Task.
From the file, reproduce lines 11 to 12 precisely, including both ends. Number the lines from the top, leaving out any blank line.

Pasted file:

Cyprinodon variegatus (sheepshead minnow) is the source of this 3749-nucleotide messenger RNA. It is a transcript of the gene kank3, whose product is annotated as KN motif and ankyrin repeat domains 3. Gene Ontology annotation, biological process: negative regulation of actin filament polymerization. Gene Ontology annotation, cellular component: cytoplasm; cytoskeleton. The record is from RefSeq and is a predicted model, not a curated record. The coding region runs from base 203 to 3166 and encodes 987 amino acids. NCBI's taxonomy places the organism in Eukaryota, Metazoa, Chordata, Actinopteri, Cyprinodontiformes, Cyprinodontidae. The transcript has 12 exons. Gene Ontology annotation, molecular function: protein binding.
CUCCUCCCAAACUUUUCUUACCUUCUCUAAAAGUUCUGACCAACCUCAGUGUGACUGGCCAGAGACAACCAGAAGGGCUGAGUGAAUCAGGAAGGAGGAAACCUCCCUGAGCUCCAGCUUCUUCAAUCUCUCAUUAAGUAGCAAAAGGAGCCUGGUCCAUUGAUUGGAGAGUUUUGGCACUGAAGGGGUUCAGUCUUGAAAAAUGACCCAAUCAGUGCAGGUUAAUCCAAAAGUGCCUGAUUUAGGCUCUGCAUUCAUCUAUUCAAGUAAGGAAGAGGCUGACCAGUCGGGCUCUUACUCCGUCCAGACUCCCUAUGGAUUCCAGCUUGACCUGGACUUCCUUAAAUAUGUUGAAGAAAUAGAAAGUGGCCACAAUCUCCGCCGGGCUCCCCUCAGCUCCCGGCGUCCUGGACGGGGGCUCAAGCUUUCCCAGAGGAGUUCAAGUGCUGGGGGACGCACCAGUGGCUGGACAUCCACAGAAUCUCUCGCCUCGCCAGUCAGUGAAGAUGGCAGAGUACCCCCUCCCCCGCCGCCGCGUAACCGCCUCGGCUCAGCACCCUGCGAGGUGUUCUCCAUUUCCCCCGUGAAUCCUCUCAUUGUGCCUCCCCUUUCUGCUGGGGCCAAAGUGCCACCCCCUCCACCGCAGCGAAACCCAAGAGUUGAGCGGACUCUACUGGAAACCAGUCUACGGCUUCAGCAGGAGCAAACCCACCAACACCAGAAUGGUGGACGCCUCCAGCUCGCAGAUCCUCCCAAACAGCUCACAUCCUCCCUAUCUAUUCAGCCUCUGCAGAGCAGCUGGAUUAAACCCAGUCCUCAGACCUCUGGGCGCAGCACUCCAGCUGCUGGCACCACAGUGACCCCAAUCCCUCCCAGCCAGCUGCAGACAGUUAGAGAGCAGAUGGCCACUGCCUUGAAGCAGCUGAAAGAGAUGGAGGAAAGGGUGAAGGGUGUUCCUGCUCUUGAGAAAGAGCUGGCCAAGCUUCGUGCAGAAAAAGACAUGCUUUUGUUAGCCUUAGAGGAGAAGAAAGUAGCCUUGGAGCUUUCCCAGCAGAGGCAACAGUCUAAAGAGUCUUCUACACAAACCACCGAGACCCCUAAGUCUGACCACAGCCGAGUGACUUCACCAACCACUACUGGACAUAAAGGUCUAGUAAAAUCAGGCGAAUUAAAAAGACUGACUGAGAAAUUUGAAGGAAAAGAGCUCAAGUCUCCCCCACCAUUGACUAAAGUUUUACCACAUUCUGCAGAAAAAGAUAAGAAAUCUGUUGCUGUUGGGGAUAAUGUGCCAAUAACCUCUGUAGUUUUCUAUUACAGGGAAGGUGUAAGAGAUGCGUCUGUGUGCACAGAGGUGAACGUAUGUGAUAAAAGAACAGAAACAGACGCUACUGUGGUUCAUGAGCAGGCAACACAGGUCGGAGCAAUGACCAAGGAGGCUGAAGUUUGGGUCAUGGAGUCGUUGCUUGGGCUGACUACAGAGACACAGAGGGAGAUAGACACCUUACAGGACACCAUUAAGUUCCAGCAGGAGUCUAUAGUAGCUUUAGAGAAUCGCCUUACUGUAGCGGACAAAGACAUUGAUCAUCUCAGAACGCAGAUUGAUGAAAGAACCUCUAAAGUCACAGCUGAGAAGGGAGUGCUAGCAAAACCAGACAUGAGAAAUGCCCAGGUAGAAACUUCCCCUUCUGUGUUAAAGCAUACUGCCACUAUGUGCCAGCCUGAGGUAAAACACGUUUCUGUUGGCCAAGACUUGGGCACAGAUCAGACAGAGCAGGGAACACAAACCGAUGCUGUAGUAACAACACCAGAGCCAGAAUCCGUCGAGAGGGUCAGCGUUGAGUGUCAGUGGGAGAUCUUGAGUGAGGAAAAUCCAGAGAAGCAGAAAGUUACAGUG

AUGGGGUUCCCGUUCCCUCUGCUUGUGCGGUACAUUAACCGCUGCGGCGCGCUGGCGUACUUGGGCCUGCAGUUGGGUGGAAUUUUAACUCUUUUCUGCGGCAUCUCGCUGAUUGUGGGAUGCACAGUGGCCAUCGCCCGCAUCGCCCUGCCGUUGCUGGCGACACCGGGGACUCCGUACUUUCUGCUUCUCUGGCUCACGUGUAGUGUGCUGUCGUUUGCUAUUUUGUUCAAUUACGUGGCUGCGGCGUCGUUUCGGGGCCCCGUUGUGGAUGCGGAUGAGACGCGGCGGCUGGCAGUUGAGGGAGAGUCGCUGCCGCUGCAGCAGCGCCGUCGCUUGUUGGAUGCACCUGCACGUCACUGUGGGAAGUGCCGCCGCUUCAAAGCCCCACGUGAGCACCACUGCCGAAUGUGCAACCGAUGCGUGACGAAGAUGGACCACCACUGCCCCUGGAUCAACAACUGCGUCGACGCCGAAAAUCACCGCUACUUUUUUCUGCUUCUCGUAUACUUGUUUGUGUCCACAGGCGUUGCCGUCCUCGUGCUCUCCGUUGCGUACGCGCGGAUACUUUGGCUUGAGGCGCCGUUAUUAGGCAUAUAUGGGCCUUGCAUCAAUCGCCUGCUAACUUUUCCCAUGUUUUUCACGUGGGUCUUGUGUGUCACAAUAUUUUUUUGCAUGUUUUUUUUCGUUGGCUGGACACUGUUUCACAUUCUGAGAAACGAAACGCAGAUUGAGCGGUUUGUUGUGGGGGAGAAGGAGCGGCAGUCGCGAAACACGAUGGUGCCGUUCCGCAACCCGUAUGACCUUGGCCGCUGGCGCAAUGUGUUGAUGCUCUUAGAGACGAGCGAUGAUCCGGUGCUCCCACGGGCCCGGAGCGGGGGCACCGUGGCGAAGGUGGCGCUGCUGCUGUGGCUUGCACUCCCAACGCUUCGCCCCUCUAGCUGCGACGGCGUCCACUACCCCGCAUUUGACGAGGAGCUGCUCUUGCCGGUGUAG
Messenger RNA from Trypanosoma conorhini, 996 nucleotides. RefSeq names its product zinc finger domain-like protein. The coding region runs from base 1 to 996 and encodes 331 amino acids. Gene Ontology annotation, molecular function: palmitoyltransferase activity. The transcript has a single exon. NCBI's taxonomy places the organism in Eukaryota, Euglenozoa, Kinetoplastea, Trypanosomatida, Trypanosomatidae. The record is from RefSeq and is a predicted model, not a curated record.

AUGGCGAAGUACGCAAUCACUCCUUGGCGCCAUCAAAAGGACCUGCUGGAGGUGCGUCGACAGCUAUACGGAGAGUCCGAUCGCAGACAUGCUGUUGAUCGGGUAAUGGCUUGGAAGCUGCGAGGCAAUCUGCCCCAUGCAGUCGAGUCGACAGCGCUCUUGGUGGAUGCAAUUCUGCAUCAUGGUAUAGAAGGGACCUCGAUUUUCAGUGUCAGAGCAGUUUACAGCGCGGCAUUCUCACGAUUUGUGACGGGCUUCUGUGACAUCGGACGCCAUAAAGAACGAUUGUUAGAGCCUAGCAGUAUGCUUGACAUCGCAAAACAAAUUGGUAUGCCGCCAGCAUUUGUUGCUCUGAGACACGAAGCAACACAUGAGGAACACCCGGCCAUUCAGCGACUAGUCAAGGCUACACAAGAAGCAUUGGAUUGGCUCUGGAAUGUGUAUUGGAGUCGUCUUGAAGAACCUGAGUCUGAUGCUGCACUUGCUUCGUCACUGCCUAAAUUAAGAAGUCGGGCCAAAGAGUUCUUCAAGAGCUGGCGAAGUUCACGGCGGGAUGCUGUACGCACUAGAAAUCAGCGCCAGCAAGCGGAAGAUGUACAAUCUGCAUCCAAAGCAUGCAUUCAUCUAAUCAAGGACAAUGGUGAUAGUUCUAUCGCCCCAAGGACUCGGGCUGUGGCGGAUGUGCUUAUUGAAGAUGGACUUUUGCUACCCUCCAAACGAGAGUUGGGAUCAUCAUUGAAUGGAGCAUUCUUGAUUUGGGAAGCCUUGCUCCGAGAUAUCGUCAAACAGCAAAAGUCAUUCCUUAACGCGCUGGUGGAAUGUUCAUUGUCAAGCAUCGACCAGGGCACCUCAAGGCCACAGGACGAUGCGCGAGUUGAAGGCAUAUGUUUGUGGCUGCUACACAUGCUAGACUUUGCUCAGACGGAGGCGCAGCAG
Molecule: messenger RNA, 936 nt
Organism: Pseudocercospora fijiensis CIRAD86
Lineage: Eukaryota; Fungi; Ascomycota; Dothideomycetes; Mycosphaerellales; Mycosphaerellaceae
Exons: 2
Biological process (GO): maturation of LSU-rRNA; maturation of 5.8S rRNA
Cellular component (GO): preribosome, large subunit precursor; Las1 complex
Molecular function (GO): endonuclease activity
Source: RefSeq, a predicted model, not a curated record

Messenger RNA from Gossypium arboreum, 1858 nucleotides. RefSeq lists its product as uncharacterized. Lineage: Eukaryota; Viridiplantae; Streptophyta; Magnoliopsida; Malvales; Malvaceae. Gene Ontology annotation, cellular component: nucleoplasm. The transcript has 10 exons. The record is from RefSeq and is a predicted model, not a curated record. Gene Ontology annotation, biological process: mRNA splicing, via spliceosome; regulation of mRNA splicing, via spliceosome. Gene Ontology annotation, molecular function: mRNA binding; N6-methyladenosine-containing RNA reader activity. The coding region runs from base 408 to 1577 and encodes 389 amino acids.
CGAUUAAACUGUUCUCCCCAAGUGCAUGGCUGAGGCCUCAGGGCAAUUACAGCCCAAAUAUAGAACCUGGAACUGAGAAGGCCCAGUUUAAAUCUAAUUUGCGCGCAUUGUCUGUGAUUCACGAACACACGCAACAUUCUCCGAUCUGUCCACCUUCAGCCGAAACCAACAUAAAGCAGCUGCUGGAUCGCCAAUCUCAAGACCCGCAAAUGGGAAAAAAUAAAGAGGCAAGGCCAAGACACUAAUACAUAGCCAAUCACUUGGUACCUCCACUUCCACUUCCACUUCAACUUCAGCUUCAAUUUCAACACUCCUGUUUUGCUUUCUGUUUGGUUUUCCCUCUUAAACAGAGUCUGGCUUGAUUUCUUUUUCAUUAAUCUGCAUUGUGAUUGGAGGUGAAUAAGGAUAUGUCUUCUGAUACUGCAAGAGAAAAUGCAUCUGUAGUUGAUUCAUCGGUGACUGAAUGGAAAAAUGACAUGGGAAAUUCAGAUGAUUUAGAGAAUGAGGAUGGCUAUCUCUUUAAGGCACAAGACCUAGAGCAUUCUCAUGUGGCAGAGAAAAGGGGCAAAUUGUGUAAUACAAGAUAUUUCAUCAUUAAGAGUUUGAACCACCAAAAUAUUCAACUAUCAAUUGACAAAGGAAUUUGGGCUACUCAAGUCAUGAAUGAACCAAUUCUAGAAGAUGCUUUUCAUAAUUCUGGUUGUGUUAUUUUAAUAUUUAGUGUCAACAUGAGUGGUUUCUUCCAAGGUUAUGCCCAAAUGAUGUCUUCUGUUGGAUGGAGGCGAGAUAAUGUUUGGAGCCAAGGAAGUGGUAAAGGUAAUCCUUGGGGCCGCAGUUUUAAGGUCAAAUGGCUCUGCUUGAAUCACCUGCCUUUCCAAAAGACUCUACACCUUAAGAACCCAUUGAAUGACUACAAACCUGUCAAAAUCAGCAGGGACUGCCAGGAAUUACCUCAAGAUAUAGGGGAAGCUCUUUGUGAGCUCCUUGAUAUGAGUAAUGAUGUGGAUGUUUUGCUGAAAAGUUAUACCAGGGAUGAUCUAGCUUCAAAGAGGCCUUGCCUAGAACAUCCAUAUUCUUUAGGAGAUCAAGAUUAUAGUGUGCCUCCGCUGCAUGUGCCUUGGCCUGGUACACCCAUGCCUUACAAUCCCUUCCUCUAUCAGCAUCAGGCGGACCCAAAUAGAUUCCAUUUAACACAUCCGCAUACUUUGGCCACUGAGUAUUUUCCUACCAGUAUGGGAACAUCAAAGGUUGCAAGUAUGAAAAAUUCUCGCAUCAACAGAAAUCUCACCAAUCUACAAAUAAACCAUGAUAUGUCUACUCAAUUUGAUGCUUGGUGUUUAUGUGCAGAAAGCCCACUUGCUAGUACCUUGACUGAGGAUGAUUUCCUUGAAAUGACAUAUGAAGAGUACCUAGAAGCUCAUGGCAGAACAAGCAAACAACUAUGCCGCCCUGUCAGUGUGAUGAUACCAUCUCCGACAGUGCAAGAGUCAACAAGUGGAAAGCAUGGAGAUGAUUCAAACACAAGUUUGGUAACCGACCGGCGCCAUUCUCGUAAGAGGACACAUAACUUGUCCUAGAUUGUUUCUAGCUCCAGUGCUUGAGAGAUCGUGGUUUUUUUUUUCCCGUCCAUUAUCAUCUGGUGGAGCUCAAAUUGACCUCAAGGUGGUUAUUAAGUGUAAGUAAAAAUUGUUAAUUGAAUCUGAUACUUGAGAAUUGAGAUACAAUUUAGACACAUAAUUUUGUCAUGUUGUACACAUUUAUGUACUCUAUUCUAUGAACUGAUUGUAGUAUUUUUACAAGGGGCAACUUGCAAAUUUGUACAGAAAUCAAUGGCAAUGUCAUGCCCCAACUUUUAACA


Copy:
Cellular component (GO): preribosome, large subunit precursor; Las1 complex
Molecular function (GO): endonuclease activity